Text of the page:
READ MORE

News & View, Volume 46 | Turnkey Rapid-Response Plant Support Disposition of Wall Thinning in Standby Service Water Piping

News & Views, Volume 46 | Turnkey Rapid-Response Plant Support Disposition of Wall Thinning in Standby Service Water Piping

By:  Jason Van Velsor, Roger Royer, and Eric Houston

News & View, Volume 46 | Turnkey Rapid-Response Plant Support Disposition of Wall Thinning in Standby Service Water PipingStructural Integrity recently had the opportunity to support a client’s emergent needs when their Standby Service Water (SSW) piping system experienced a pinhole leak just downstream of a valve. Concerned about other locations in the piping system with similar configurations, the site asked SI to assist with the expedited development of assessment and disposition plans for these other components. In response, SI was able to lean on our core competencies in failure analysis, advanced NDE inspection, and flaw evaluation to develop and deploy a comprehensive solution that met our client’s expedited timeline and helped them to mitigate the threat of future unplanned outages. The following sections outline how SI utilized our in-depth knowledge, cutting-edge technology, and world-class engineering to meet our client’s needs.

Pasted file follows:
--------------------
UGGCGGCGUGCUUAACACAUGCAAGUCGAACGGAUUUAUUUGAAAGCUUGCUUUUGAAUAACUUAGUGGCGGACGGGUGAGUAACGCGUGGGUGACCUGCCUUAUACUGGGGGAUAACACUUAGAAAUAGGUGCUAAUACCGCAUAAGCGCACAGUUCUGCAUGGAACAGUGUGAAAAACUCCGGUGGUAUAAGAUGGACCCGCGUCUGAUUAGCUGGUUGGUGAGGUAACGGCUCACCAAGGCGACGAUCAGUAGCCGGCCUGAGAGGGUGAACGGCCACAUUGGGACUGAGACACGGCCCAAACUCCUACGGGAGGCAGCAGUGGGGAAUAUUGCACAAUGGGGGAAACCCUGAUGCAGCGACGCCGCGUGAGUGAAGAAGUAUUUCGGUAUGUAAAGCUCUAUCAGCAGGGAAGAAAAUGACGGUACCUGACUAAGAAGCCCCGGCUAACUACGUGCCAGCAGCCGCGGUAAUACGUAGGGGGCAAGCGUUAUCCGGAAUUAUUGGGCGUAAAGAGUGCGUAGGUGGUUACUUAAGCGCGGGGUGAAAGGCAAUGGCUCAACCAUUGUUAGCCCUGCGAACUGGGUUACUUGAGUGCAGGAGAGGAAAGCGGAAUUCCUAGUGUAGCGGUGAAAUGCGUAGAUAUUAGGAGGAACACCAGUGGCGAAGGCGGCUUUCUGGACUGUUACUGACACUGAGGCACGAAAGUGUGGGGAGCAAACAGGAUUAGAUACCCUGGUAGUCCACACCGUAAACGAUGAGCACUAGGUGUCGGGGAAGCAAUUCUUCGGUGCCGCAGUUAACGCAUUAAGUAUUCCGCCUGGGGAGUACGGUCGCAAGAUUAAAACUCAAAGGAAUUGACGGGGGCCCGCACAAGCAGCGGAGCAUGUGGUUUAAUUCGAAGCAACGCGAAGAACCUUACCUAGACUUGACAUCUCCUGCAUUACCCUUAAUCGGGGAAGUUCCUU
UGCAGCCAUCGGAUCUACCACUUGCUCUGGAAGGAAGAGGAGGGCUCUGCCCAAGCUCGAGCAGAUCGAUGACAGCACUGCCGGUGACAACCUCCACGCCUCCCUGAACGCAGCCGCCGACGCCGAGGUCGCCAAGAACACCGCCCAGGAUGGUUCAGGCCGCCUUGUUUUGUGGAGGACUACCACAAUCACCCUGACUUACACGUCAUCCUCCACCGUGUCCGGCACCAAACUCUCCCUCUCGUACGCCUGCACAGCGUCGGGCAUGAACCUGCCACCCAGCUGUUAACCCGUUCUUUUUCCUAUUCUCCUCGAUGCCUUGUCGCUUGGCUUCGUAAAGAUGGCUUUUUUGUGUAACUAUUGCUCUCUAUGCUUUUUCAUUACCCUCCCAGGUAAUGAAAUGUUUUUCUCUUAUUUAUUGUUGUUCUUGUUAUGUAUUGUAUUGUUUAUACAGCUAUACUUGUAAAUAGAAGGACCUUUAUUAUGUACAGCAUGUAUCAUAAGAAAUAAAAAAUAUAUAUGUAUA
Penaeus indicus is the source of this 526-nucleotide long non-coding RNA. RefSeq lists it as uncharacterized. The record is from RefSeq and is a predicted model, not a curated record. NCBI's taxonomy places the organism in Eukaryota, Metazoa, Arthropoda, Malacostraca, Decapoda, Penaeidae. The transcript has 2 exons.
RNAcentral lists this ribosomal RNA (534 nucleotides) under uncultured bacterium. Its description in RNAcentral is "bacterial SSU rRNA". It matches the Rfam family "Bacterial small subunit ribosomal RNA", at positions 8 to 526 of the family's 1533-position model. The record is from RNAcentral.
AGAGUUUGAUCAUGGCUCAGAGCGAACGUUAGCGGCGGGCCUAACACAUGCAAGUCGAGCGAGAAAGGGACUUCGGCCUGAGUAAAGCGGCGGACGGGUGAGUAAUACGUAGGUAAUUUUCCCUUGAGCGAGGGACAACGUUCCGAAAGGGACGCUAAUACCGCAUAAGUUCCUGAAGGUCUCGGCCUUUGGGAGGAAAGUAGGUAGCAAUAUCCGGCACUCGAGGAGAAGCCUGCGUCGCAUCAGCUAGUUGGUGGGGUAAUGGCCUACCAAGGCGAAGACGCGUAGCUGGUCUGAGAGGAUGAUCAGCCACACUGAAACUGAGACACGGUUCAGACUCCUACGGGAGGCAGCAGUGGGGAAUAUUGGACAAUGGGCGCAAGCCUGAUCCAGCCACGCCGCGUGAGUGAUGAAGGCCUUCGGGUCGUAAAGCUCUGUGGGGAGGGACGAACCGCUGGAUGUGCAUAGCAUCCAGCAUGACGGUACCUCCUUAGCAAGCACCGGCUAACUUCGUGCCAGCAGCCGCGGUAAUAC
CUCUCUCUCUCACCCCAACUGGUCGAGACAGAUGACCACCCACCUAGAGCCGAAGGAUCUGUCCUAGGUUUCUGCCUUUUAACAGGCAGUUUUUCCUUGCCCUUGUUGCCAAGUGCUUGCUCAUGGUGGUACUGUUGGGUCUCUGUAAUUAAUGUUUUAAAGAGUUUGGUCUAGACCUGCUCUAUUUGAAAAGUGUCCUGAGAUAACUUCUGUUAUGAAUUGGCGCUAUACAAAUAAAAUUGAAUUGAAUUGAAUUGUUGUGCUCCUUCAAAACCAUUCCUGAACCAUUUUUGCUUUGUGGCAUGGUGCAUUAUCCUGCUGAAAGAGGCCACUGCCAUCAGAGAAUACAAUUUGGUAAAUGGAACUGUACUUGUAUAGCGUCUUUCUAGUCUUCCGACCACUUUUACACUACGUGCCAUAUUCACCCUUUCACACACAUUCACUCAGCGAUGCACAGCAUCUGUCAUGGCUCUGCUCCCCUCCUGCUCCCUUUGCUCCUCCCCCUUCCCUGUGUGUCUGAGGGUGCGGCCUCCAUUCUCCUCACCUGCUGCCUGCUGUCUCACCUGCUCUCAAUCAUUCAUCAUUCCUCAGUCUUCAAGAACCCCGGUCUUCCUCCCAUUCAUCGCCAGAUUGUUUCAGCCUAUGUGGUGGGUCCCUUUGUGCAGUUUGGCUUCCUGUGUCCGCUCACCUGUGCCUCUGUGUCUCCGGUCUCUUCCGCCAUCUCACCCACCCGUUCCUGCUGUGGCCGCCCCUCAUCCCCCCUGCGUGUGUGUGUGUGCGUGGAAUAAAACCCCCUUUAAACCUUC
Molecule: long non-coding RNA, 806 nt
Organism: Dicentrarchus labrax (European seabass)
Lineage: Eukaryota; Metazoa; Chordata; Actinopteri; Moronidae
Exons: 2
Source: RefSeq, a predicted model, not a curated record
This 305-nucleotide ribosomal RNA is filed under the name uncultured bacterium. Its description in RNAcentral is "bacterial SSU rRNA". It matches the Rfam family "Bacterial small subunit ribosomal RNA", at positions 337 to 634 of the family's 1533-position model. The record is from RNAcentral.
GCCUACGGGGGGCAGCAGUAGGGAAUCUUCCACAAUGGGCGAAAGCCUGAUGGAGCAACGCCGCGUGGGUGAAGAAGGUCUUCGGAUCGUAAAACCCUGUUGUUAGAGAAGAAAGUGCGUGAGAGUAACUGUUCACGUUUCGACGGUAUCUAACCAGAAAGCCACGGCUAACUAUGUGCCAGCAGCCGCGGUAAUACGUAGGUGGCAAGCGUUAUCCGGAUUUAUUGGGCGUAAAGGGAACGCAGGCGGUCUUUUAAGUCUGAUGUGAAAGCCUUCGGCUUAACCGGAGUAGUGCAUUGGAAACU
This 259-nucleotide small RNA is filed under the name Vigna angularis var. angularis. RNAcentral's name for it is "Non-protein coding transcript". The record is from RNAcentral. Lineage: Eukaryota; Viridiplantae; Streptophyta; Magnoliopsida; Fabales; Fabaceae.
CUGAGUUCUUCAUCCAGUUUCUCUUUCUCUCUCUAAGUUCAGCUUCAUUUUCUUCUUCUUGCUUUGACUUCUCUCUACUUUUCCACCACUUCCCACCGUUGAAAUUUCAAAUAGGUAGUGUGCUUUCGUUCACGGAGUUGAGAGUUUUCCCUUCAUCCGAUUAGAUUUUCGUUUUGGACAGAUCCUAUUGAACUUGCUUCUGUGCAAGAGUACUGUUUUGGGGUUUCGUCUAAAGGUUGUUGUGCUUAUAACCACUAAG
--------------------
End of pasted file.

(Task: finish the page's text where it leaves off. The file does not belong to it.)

READ MORE

News & View, Volume 46 | Metallurgical Lab Case Study- Cracking of Grade 23 Steel Furnace Wall Tubes

News & Views, Volume 46 | Metallurgical Lab Case Study: Cracking of Grade 23 Steel Furnace Wall Tubes

By: Terry Totemeier

News & View, Volume 46 | Metallurgical Lab Case Study- Cracking of Grade 23 Steel Furnace Wall TubesGrade 23 is a creep strength enhanced ferritic (CSEF) steel that was designed to offer similar creep strength to Grade 91 but with lower Cr content and, in the original concept, fabrication without pre- and post-weld heat treatment making the material attractive for the furnace wall tubes of ultra-supercritical coal plants where T12 has insufficient strength and T91 would be too complex to fabricate. Experience gained with T23 has shown that pre-heat is necessary and that post-weld heat treatment should also be performed when the material is employed in “high restraint” applications such as furnace wall tubes. Like other CSEF steels, T23 is very sensitive to heat treatment, and care must be taken to ensure that hard, brittle microstructures do not enter service – particularly in high restraint applications such as furnace wall tubes.